A conversation with startup specialist and podcaster Brian Ardinger
This is part of my series on thought leaders in the innovation space. Check out the other articles here.
Brian Ardinger believes real innovation begins with a well-defined plan.With a topic as broad as innovation, it’s easy to get caught up in the chase. Startup specialist and podcaster Brian Ardinger has spent his career exploring the paths we take to reach breakthrough moments and figuring out how we can refine those approaches to get the best results. In a recent conversation, he shared his insights on how structure often plays a major role in reaching success.
“A lot of corporates fall in the trap: They don’t clearly define what innovation is to the company and what they want to get out of it. What’s their thesis? What’s their future vision of the world? And then come up with a strategy and tactics that will try to get to that part of the world.”
As the Director of Innovation at Nelnet, Brian knows the end benefits of setting parameters and goals. He also launched the startup accelerator NMotion six years ago, around the same time he began hosting the Inside Outside podcast, which gives insights to corporates about effective innovation approaches, particularly from within the startup community. He’s also been bringing “ties and tee-shirts together” in real life with his two-year strong, Nebraska-based, Inside Outside Innovation Summit.
We had an excellent talk about the benefits of pairing structure with exploration, knowing when to quit and the importance of having someone on the corporate side to help keep dialogue flowing. Here are some of my key takeaways from our conversation.
Take inventory of today’s resources
On the topic of planning for a more innovative future, Brian points out that a key ingredient to success is understanding exactly where you are currently, and to take stock of all that’s available to you. “Where are you spending your time and resources? What kind of capacity do you have? Then be deliberate about what you’re doing and how you’re spending it.”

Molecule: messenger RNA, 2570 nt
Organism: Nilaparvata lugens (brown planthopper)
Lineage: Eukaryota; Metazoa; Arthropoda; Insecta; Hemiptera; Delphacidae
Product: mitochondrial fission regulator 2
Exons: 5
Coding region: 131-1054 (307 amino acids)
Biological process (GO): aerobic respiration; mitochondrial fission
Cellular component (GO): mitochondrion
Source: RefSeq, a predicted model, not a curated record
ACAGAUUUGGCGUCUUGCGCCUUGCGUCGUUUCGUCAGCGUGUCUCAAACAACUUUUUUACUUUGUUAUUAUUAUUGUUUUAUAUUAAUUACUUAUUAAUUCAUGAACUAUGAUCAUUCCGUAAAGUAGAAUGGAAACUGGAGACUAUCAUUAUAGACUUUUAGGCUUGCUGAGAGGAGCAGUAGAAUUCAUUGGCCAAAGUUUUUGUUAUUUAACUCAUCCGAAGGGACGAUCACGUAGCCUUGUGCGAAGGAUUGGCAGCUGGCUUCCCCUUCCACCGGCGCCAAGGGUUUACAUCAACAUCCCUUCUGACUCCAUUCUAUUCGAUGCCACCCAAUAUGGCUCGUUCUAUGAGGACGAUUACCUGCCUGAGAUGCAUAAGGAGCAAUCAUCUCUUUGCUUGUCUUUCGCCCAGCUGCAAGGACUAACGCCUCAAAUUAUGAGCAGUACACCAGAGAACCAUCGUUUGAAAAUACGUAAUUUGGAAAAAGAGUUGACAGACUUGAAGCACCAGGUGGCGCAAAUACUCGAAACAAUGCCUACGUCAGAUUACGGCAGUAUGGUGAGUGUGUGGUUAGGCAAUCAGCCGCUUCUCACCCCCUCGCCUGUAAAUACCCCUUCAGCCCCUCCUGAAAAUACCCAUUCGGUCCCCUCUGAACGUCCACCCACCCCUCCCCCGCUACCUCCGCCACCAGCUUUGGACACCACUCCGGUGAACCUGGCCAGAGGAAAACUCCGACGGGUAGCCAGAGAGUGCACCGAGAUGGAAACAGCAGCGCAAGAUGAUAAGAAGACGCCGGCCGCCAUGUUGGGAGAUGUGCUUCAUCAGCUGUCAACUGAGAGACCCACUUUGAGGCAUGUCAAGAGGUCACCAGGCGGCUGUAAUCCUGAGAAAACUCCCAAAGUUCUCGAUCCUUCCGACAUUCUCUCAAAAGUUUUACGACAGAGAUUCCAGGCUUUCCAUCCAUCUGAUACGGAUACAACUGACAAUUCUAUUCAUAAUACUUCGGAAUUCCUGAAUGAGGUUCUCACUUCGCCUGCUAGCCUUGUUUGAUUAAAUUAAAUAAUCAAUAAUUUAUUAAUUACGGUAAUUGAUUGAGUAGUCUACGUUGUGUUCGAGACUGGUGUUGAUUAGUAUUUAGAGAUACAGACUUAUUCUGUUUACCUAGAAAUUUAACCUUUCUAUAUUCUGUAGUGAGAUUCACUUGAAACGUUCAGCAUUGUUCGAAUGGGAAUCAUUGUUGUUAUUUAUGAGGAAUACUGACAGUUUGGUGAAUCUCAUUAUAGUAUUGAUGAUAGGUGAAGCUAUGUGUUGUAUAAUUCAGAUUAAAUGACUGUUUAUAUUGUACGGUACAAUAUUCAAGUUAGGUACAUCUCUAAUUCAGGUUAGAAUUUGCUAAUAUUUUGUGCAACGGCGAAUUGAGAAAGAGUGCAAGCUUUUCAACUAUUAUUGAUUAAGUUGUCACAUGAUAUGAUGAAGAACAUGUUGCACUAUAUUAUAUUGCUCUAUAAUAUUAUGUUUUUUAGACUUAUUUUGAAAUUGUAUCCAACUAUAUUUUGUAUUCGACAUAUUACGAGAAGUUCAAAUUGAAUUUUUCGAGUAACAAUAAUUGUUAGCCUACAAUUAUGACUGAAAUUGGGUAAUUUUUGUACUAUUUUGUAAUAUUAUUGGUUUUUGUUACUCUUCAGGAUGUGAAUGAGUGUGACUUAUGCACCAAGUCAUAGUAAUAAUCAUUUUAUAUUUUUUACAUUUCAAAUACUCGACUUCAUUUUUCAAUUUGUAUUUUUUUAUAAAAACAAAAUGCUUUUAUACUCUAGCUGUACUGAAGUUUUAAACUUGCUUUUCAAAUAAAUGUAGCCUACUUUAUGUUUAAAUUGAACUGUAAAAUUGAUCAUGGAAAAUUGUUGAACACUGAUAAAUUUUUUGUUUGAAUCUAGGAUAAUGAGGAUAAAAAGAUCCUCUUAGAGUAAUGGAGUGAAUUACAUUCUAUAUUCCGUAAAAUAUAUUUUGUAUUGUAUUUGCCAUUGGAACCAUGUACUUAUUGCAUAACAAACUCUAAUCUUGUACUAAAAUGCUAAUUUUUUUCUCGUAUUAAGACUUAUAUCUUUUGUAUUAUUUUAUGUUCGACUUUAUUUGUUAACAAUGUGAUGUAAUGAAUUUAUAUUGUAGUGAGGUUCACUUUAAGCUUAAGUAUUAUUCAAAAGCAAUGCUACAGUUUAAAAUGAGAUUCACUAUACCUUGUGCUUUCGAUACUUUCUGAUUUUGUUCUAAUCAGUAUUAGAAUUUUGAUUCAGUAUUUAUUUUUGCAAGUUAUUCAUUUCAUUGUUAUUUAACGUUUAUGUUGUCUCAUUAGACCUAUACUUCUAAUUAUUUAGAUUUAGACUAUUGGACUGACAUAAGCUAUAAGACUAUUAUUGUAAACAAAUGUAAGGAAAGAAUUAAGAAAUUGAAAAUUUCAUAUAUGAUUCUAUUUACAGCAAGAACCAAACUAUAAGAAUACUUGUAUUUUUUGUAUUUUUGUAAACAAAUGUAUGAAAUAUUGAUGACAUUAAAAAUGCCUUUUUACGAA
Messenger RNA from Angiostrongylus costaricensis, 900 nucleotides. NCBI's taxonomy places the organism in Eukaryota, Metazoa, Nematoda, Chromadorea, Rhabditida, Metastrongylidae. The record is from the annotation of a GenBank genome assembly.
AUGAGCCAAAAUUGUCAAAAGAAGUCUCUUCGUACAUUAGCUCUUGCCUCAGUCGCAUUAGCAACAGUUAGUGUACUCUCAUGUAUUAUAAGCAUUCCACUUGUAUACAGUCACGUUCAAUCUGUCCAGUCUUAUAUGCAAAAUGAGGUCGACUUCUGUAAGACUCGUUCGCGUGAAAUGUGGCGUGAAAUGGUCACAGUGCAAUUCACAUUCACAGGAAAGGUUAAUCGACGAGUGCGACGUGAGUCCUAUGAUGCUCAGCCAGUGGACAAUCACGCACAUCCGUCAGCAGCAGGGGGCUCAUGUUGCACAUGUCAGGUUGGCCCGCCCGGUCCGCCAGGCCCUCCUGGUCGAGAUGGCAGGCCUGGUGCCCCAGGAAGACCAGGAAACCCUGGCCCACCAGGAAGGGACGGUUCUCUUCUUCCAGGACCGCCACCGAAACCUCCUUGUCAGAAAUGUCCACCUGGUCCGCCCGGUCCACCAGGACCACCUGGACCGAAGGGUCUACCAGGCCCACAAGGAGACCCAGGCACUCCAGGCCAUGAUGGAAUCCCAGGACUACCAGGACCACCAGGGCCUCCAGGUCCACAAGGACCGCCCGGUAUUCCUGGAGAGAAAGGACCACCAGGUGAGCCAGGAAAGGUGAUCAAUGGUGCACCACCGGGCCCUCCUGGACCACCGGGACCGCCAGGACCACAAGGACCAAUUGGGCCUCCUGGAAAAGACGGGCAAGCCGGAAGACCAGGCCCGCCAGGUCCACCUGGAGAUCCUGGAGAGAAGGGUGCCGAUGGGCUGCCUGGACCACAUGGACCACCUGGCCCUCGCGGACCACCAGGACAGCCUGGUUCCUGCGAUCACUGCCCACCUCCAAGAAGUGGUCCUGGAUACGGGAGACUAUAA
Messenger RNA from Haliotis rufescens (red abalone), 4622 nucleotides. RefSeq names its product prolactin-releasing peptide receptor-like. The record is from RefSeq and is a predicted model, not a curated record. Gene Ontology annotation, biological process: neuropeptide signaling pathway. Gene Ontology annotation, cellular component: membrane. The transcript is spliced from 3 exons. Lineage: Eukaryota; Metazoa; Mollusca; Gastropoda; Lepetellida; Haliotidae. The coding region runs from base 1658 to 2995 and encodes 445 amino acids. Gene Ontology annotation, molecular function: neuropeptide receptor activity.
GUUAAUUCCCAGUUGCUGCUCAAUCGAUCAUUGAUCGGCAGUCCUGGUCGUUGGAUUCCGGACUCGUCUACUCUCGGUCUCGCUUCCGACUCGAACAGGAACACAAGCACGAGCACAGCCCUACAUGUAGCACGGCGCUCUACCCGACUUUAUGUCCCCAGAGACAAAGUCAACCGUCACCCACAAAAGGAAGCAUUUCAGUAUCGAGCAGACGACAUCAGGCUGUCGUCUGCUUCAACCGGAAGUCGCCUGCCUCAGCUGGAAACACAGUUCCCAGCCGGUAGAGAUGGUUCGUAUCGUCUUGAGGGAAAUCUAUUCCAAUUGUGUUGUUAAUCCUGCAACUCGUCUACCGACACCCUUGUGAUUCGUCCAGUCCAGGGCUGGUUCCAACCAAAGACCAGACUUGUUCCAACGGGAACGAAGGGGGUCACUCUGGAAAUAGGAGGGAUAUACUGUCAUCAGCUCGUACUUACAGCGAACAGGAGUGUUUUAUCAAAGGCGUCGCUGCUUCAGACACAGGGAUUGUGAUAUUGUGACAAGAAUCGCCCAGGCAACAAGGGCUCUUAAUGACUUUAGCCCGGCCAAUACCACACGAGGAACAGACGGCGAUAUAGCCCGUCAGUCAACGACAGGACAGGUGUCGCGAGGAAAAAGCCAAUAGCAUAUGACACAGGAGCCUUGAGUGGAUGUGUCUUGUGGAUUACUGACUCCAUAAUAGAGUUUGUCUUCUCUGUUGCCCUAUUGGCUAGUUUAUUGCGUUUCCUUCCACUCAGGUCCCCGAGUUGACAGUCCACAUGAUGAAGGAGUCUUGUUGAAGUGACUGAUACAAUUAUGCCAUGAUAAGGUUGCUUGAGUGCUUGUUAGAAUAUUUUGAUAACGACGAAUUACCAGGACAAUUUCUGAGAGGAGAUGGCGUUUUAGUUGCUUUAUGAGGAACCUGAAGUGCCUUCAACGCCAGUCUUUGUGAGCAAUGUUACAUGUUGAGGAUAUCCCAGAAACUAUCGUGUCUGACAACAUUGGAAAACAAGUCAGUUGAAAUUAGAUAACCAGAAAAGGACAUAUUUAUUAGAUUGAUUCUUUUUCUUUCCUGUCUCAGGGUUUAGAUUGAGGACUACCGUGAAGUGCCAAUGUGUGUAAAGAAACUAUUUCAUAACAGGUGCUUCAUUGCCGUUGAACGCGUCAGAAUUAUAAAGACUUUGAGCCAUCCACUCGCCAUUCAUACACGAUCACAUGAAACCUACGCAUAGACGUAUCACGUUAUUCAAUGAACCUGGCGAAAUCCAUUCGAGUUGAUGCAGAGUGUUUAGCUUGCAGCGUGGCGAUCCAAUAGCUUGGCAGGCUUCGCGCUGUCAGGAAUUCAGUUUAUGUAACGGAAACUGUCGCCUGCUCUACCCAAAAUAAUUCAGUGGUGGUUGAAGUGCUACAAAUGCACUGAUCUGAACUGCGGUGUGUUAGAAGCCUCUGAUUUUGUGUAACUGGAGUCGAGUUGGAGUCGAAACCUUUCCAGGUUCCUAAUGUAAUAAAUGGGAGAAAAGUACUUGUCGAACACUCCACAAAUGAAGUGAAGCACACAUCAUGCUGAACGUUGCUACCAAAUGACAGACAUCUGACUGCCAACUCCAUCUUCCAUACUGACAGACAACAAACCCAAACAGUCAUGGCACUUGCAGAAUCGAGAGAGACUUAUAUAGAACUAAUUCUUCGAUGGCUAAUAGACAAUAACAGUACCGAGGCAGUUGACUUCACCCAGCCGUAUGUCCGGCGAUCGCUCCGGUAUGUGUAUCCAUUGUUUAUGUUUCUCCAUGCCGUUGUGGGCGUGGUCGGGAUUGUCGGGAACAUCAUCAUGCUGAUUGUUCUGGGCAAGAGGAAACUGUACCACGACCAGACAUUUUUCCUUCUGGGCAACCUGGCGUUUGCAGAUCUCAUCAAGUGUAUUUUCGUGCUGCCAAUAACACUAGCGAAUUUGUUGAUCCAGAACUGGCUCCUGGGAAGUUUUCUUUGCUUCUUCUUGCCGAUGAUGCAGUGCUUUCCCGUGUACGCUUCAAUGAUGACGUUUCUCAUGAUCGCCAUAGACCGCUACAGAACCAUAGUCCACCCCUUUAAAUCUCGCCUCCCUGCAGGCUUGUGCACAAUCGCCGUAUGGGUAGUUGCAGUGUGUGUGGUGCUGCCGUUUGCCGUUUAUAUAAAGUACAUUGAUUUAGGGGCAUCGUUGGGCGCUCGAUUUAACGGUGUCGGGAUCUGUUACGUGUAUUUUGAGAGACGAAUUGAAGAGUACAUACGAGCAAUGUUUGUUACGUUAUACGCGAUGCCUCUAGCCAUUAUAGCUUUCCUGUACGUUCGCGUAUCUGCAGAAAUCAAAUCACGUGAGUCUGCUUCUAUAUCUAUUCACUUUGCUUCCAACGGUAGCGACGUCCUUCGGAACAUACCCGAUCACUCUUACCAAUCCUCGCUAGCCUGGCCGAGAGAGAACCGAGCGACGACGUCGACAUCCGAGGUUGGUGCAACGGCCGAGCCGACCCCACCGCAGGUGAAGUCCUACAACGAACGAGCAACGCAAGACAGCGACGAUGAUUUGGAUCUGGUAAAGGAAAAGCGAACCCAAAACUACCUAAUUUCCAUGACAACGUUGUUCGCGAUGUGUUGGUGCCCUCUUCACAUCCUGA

Look out for ripple effects
While we often focus on the disruptors within our own industries, Brian gave an example of innovation refusing to be hemmed in by corporate lines. Looking at Uber’s presence in transportation, he mentions its ability to also shake up all of the other businesses that were wrapped up in that old model.
Just a few years ago, a New York cab medallion was a million dollar investment, but the shift to rideshare has caused those values to plummet. Now, the lenders — and especially the smaller credit unions with fewer protections — are left holding those defaulted loans.
While this disruption happened in the transportation market, its ripple effects carried on to the lending sphere.
So while this disruption happened in the transportation market, its ripple effects carried on to the lending sphere. And while with this example those ripple effects were negatives for the lenders, you can also imagine scenarios where a business that’s positioned to positively harness a ripple effect could boost itself forward — even if it’s operating in another industry.
First, do no harm